Speedy Bee. Sport model for radio control. This plan was published in RCM and the kit was later sold by Clancy Aviation.
Quote: "Are you tired of planes that all look alike? Would you like to fly more but you don't like the long drive to the flying field? Well, have I got a plane for you! The Speedy Bee can be flown almost anywhere - you don't land it, you park Wits spring landing gear and balloon wheels allow it to fly from terrain more suited to R/C off-road cars than air-planes. Even though you may be able to fly it in your backyard, the Speedy Bee is such an attention getter, you'll want to take it to the flying field at least once.
With its low wing loading and mild control throws, its fairly easy to fly. But beware - this is no trainer! With maximum control throws, its responsive agility will satisfy even the most demanding pros. I flew my prototype with an 0.S. 26 Surpass 4-stroke and with the Model Electronics Turbo 10 electric motor. The plane performed well with both power plants, and any engine in the .09 to .26 range should fly it just fine. I use the DAD Tina microservos in my plane. They are probably the best buy in microservos today. Standard size servos could be used with a gas powered Speedy Bee, but the extra weight will increase your stall speed. I don't recommend using standard servos for an electric powered Speedy Bee. To save weight, I always use a 250 mAh receiver battery pack.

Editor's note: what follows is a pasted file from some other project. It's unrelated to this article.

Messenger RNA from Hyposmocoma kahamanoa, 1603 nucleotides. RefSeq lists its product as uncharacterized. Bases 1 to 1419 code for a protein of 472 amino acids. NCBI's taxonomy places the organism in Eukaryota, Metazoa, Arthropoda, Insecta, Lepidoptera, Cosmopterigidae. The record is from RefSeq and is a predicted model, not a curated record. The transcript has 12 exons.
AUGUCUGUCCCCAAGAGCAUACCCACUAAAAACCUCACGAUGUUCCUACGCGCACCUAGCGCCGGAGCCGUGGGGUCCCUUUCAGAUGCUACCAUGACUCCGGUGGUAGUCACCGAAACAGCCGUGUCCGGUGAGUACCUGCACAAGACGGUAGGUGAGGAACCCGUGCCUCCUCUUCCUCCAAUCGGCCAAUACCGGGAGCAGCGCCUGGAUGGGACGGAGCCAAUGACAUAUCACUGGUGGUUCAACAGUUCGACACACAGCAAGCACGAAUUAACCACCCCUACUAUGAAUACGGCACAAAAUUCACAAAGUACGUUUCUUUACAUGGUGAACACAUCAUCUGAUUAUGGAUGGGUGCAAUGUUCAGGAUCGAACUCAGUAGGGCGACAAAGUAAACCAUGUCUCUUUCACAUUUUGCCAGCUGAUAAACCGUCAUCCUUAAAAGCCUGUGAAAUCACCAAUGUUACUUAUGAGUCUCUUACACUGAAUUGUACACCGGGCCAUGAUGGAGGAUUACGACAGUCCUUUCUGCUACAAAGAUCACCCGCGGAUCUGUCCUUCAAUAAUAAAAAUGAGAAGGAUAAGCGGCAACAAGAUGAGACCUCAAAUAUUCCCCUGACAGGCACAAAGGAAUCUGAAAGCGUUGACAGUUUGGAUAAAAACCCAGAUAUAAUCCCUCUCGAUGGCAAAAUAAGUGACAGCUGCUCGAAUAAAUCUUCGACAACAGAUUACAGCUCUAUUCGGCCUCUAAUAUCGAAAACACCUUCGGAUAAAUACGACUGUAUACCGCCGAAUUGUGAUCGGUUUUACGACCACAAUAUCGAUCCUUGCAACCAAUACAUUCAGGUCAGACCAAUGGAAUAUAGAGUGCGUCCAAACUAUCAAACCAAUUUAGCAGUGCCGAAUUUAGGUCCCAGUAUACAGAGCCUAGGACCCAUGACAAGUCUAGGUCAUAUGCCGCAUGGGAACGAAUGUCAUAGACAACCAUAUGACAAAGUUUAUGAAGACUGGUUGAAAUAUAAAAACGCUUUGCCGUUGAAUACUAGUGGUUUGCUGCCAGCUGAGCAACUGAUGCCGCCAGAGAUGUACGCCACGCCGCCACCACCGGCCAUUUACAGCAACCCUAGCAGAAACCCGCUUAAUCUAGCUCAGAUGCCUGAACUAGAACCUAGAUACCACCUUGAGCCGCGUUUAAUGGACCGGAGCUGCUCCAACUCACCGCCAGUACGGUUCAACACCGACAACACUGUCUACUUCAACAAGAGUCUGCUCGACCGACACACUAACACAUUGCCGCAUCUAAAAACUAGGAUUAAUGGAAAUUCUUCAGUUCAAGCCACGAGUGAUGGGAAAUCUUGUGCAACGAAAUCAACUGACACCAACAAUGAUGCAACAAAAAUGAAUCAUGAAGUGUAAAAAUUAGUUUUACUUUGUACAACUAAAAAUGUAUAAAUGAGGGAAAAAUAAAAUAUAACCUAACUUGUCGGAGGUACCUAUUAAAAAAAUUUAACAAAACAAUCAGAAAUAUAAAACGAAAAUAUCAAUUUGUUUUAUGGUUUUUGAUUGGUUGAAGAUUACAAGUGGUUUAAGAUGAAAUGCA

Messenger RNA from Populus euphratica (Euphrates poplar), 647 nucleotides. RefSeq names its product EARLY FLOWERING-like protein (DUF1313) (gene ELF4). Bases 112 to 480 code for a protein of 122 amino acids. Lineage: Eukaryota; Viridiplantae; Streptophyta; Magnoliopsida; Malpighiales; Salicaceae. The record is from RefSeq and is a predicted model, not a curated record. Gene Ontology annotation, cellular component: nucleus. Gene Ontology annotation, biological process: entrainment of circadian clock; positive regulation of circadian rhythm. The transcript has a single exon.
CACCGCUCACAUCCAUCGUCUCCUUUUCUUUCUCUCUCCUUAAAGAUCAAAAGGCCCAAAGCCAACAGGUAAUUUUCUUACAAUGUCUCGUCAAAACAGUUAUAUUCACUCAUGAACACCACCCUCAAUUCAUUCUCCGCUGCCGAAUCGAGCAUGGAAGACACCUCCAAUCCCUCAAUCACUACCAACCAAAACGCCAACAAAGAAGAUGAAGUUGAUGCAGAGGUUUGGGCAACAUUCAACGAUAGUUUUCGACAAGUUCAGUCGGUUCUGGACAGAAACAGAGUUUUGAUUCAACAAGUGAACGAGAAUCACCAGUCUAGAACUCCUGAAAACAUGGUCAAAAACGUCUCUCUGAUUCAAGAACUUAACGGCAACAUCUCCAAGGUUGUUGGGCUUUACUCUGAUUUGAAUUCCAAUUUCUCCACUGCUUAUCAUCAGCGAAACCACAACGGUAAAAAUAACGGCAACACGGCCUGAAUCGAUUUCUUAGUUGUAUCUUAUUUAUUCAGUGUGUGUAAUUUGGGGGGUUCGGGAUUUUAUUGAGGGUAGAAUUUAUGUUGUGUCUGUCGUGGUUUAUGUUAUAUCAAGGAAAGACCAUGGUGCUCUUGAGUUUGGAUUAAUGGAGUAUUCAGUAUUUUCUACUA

Electrification Modifications: I flow my Speedy Bee with the Model Electronics Turbo 10 System. No BEC was used. With ten 1700 mAh cells, it had ballistic performance. It is shocking to see an electric plane take off in under 20 feet and climb out vertically until nearly out of sight! A typical comment heard from other modelers while watching this electric-powered hot rod was: Gee, what kind of muffler are you using?
The drawback to this set-up is that it is a little heavy, so I tried using just 7-cells. The stall speed was noticeably slower and the performance was still impressive. I think an ideal set-up would be a 10-cell 1000 mAh battery pack and a BEC with the Turbo 10 motor.
I used the motor mount supplied by Model Electronics and I highly recommend it. The motor requires several degrees of up thrust and side thrust because of the high thrust line and the huge amount or torque. The battery pack was mounted on a 1/16 plywood shelf using plenty of Velcro. The shelf is glued on top of the lowest stringers and should be as long as the longest battery pack used. The shelf should be centered about the plane's balance point so that using different sized battery packs won't change the CG. A battery access door can be built into the side of the fuselage. I used an external charging jack. The dummy V-4 motor you see in the photos was made from Cox .020 heads, Peck Polymer's plastic cylinders, some aluminium tubing..."
Update 20/04/12: Added full (4 sheets) build instructions, courtesy of JedBond.
Update 21/07/2016: Added article pages, thanks to Cavitation.
Update 02/11/2016: added 20 page build manual, thanks to BerndLangner.
Update 07/06/2018: added kit review from AMI, September 1997, thanks to RFJ.
Kit instructions from Clancy Aviation.
Article from RCM.
20 page build manual.
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